Even as many fresh graduates from the country’s premier law school — the National Law School of India University (NLSIU) — made their choice clear to tread upon the corporate path, Union Law Minister Kapil Sibal batted for encouraging “pro bono lawyering” in law schools and other legal institutes.
Delivering the 21st convocation address at the NLSIU here on Sunday, Mr. Sibal said the concept should be “strongly encouraged” in India as it would “allow underprivileged sections to have access to quality legal services.”
He expressed concern over the “service” provided by lawyers turning into a “business”. Spelling out the difference between a profession and a business, he urged law graduates “not to fall into the trap of wanting to make a monetary killing while providing a service.”
“In a business, the relationship between the customer and the businessperson is not that of personal trust. The relationship between the client and a lawyer is a relationship of trust. Never breach that trust. Keep the compensation part as an element which is of least priority,” the Minister added. Reiterating how many in the country may not be able to afford quality legal service, he urged the new lawyers to consider this an opportunity rather than a reason for refusing to take up the case.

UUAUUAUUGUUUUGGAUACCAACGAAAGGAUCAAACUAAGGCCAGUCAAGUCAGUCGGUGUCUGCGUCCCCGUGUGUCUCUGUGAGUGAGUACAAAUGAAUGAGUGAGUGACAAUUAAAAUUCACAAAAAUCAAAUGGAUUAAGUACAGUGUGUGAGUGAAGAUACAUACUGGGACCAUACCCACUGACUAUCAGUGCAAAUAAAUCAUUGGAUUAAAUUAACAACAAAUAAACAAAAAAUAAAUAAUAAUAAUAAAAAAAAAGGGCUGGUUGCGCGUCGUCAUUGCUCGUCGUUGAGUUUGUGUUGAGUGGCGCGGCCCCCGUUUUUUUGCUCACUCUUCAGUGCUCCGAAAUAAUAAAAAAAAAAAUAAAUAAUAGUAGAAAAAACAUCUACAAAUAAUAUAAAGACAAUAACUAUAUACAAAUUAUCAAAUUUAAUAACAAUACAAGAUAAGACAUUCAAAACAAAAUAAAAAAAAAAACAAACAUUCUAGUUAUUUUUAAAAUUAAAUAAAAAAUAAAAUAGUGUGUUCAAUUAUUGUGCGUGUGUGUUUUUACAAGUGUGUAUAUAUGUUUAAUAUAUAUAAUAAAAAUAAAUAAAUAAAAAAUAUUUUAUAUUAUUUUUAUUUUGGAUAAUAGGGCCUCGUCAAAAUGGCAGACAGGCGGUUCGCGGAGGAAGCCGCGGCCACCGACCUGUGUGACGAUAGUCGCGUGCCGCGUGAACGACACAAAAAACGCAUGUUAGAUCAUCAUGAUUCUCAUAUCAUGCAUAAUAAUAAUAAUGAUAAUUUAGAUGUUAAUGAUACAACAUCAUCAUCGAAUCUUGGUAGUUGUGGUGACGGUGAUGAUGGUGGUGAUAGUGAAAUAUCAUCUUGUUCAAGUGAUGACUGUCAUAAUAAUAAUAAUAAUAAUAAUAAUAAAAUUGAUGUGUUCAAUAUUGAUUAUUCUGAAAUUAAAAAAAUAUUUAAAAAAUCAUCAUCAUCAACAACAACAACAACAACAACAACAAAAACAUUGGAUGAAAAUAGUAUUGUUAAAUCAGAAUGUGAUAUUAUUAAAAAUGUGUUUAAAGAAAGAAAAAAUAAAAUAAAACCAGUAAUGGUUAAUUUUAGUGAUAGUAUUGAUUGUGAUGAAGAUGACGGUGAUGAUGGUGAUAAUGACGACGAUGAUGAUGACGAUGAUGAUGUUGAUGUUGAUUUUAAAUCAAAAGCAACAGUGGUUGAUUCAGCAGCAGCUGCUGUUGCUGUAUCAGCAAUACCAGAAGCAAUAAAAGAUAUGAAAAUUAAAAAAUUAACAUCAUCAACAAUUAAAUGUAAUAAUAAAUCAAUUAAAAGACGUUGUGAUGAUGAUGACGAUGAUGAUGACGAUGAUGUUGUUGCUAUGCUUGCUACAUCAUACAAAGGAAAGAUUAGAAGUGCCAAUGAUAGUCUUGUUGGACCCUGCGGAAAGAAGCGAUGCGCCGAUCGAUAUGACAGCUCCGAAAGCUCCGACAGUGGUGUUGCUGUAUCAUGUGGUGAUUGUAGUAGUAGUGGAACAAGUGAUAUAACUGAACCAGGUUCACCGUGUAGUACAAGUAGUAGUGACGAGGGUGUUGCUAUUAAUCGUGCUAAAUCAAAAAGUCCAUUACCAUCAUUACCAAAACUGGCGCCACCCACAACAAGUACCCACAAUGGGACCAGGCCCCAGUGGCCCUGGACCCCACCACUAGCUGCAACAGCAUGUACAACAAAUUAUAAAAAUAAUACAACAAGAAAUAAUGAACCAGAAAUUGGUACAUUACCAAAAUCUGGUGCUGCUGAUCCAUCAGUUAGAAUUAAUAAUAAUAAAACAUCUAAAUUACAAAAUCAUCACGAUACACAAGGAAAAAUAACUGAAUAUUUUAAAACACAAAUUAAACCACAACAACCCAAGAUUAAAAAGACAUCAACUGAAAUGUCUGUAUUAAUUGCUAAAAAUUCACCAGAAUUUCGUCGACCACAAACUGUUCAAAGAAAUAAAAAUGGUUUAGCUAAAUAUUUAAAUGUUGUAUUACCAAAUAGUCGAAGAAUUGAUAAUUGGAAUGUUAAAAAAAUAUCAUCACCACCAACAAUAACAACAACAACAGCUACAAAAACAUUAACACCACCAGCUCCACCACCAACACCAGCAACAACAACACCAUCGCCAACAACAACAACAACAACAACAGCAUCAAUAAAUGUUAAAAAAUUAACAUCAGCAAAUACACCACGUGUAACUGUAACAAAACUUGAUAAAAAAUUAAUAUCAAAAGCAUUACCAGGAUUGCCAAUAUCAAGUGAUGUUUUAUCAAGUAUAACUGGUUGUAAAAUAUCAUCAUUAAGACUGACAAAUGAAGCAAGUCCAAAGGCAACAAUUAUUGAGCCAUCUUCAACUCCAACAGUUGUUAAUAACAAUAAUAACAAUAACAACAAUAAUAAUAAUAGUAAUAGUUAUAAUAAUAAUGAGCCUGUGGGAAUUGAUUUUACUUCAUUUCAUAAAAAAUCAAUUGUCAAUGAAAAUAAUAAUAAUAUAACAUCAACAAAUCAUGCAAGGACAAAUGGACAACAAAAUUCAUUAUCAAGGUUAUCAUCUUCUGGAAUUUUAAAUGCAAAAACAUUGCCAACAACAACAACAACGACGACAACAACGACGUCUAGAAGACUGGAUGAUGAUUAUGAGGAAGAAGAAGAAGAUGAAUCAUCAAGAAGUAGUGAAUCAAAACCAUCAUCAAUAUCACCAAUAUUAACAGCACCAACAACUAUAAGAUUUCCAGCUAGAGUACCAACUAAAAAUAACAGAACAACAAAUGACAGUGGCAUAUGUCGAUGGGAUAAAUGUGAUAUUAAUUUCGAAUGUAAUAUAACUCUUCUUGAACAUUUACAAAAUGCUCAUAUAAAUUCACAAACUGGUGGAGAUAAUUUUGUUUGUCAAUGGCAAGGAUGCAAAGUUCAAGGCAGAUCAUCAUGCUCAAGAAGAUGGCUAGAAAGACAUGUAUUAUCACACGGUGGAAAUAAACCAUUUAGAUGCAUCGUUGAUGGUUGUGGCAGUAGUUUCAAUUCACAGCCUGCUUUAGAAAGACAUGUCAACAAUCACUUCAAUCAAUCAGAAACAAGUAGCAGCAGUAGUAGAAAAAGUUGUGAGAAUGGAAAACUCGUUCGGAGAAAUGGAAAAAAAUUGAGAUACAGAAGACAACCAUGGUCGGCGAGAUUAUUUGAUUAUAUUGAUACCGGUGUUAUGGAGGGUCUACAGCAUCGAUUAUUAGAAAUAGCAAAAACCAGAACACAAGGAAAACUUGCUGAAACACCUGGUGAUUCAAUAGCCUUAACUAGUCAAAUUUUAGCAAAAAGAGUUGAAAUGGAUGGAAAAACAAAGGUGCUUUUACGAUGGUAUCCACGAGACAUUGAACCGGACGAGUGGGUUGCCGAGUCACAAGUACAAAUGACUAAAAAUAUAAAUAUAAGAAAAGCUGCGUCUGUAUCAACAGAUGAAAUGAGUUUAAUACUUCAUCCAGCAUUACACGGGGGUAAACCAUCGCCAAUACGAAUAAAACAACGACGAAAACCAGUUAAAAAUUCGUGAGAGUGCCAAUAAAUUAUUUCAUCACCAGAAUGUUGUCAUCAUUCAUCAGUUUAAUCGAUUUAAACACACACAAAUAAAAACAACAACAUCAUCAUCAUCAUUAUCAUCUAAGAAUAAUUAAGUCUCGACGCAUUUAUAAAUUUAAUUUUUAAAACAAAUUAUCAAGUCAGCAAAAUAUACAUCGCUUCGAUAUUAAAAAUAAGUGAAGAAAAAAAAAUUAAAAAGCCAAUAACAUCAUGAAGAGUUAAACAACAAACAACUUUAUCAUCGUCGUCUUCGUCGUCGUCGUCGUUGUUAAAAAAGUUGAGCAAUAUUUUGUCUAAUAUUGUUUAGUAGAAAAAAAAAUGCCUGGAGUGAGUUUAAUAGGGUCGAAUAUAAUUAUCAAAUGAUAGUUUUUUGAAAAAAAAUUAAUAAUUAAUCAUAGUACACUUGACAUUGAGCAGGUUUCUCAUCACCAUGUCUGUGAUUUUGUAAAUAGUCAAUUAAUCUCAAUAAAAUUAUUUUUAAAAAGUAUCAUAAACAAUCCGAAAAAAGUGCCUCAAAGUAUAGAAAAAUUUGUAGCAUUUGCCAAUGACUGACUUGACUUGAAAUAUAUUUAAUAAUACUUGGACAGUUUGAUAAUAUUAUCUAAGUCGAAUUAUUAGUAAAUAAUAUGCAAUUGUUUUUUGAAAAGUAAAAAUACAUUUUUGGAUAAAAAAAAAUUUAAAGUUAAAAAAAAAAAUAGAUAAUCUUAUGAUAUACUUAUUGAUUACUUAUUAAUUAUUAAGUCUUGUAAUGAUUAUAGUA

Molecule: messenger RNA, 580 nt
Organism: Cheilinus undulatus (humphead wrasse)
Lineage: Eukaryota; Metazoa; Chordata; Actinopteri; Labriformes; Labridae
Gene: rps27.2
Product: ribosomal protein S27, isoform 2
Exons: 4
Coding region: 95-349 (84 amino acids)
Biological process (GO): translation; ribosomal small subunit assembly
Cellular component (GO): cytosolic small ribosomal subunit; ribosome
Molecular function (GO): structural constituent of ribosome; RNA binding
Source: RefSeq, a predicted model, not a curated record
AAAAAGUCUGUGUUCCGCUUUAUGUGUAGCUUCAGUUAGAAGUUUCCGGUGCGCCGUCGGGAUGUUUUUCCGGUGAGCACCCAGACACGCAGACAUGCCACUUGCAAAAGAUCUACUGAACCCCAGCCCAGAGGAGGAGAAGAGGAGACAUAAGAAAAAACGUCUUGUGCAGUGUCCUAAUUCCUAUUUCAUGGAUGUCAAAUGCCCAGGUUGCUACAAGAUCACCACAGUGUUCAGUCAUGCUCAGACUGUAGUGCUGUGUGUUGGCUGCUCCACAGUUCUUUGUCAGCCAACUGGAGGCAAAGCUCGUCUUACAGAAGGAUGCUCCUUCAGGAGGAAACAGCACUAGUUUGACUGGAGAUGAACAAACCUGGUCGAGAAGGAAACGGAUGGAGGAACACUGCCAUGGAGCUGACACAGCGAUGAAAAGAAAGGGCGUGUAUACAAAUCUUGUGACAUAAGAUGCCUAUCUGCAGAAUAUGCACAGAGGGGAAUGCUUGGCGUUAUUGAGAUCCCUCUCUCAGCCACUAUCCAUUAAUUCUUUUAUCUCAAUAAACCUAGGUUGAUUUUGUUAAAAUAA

NLSIU Vice-Chancellor R. Venkata Rao, who also spoke during the convocation ceremony, urged the government to consider making the university a Centre for Excellence. About the challenges before law and legal education, he said: “The movement will be from ‘legal education for legal reform in the context of globalisation’ to ‘legal education to ensure effective justice delivery system and access to institutions’.”
Chief Justice of India P. Sathasivam, who is also Chancellor of the NLSIU, Governor H.R. Bhardwaj and Higher Education Minister R.V. Deshpande attended the convocation.